the ghost of tom, choad (thomp), Monday, 22 March 2021 07:16 (three years ago) link

ten months pass...

I find Lockwood fascinating. She somehow manages to dance between critique of the 'extremely online' world she represents (and I think it's the closest thing to representing it ontologically I've come across) while making it seem, I don't know, that it's something I might desire and might be missing out on. Sure, there's self-loathing but there's also a fizzing ecstasy.

I've heard her say somewhere that she doesn't experience having a body in the way she feels she ought - that it feels alien and discomfiting - but she does enjoy being a mind, and the internet is the perfect (non)place for her to enjoy the slide of being. It was like a light coming on - not only an 'oh, I see' but an 'I have elements of this, why has it taken me so long to acknowledge it/be seen?'

I started the book and felt immediately at home: the voice, the episodic, fragmented nature of the narrative, the humour. I enjoyed the voice enough that I could have read a book twice as long. The feat of the book is to carry that voice across into the second half; not to lose any of the lightness, the humour but to incorporate the enormity of a real-world event and render it with the same quality of lightness and confusion. It's like a form of forgiveness in that regard, even something like a map for how to navigate the ridiculous present. It felt like a disembodied voice saying 'it'll be OK even when you know it won't. It's a comfort all the same.

I cried like a, well, like an overgrown baby.I don't know if I think it's 'great' yet, or any of that stuff, but I can think of a half-a-dozen people I need to press it on, urgently, which will do for me as an endorsement.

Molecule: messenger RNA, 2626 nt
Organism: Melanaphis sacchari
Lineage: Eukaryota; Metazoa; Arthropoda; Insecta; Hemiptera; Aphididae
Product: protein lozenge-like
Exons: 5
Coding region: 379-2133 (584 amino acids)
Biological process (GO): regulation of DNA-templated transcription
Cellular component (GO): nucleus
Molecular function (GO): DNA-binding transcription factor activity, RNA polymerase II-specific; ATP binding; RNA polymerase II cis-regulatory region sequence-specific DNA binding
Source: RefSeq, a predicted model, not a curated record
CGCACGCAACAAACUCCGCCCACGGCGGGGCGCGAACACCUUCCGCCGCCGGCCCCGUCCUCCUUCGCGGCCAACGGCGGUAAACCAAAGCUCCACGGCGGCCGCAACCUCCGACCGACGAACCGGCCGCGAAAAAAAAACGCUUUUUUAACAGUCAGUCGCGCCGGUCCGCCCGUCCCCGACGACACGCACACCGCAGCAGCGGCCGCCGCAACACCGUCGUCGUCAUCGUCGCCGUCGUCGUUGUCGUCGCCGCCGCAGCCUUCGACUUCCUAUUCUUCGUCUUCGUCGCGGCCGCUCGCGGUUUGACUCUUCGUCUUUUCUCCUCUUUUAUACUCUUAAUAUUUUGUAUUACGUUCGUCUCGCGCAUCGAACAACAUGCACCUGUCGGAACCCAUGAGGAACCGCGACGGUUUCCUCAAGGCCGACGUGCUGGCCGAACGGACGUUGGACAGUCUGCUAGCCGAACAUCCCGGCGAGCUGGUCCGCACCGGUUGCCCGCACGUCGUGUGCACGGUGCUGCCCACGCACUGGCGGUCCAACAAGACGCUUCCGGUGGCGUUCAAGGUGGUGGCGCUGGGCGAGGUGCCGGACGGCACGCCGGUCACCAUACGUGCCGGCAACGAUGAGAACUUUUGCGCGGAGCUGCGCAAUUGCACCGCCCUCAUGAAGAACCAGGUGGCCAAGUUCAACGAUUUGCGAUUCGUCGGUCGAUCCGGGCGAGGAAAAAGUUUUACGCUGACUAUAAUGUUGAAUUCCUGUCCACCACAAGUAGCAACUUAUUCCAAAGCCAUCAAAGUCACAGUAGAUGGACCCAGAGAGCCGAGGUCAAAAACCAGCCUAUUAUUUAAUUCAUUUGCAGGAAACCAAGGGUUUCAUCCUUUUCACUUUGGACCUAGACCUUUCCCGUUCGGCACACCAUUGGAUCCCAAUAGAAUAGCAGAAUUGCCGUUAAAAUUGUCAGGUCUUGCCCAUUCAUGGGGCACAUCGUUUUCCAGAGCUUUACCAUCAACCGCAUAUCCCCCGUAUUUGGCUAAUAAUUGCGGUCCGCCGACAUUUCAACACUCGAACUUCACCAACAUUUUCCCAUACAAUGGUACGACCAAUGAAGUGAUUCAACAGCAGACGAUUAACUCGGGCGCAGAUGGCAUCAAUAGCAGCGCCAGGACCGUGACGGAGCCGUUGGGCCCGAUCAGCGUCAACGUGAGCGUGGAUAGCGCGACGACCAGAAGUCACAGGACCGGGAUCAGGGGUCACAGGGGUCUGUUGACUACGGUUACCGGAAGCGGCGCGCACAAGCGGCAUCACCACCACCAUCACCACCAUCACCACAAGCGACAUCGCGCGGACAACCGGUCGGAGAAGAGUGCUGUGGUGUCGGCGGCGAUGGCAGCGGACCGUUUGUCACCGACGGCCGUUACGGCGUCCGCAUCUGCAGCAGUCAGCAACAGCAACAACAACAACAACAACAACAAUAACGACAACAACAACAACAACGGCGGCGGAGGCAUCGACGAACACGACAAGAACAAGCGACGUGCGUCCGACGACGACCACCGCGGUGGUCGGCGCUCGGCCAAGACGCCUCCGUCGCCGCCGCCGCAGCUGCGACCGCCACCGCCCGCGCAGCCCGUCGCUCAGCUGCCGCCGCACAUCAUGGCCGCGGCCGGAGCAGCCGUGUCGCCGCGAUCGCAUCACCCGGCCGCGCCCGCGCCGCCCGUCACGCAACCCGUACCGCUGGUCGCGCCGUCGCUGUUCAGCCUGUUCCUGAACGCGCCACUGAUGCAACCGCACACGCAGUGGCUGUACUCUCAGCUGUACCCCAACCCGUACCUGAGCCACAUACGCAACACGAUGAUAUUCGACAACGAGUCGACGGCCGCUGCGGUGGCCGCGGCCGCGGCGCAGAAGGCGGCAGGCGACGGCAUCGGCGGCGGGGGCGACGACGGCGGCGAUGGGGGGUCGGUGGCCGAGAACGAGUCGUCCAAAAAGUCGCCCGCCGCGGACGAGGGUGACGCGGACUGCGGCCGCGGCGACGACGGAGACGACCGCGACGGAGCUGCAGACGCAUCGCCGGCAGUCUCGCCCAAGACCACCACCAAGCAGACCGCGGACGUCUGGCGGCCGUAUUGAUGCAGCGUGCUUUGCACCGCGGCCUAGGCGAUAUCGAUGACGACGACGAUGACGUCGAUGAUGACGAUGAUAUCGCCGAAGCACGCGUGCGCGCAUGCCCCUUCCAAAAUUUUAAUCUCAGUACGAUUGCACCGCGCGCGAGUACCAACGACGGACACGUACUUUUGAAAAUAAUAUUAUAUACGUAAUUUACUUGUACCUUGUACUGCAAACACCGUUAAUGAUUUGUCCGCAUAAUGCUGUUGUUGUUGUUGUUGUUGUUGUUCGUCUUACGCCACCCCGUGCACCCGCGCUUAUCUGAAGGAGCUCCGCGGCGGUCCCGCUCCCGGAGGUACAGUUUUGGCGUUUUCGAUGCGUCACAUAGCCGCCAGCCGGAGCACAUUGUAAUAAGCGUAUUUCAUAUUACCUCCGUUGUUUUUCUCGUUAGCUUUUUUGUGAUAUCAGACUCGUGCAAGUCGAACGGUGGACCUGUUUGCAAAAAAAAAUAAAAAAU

Vanishing Point (Chinaski), Sunday, 6 February 2022 11:30 (two years ago) link

Might help if I mentioned that was about 'No One is Talking About This'.

Vanishing Point (Chinaski), Sunday, 6 February 2022 11:32 (two years ago) link


Tapioca Tumbril (James Redd and the Blecchs), Sunday, 6 February 2022 15:18 (two years ago) link

I still need to finish Priestdaddy.

Tapioca Tumbril (James Redd and the Blecchs), Sunday, 6 February 2022 15:22 (two years ago) link

thomp & chinaski have nailed the effect of this novel for me & make me want to go back & actually have some time with it as I took it in 2 big gulps first time (part 1 one night, part 2 the next, then straight back to the library) and this was before I experienced something similar to the events of pt 2

Just pulling off “novel about Twitter” is enough of a challenge that I feel like Lockwood gets props just for a respectable effort but I’d go further & say it’s one of the few works that get to what it feels like to be in the current era (the main one being twin peaks s3 obv)

chang.eng partition (wins), Sunday, 6 February 2022 15:58 (two years ago) link

i read this simultaneously enjoying the online insight and humor and thinking 'i wish the internet did this for me' and kind of marveling at how it apparently does for someone else. i think i liked how it all merges with the birth of the child, and i was very impressed by it but strangely not moved.

i was reading her big piece on knausgaard in the lrb, got about halfway through and because i'm not familiar with knausgaard so was having some trouble following it. it seemed to me like maybe they're similar in some deadly ways but that's just an impression.

Nedlene Grendel as Basenji Holmo (map), Sunday, 6 February 2022 17:36 (two years ago) link

two months pass...

I just finished Priestdaddy. Thoroughly enjoyed it and found myself laughing frequently and frequently pulling the book away from my eyes at yet another fantastic metaphor or madly overripe description.

There's a remarkable passage where she's describing her perception of the world and her perception of language. It's like an origin story and one of the best passages I've ever read about the creative process. It also makes me idly wonder if, at some level, all art is a function of our neurology and nervous systems.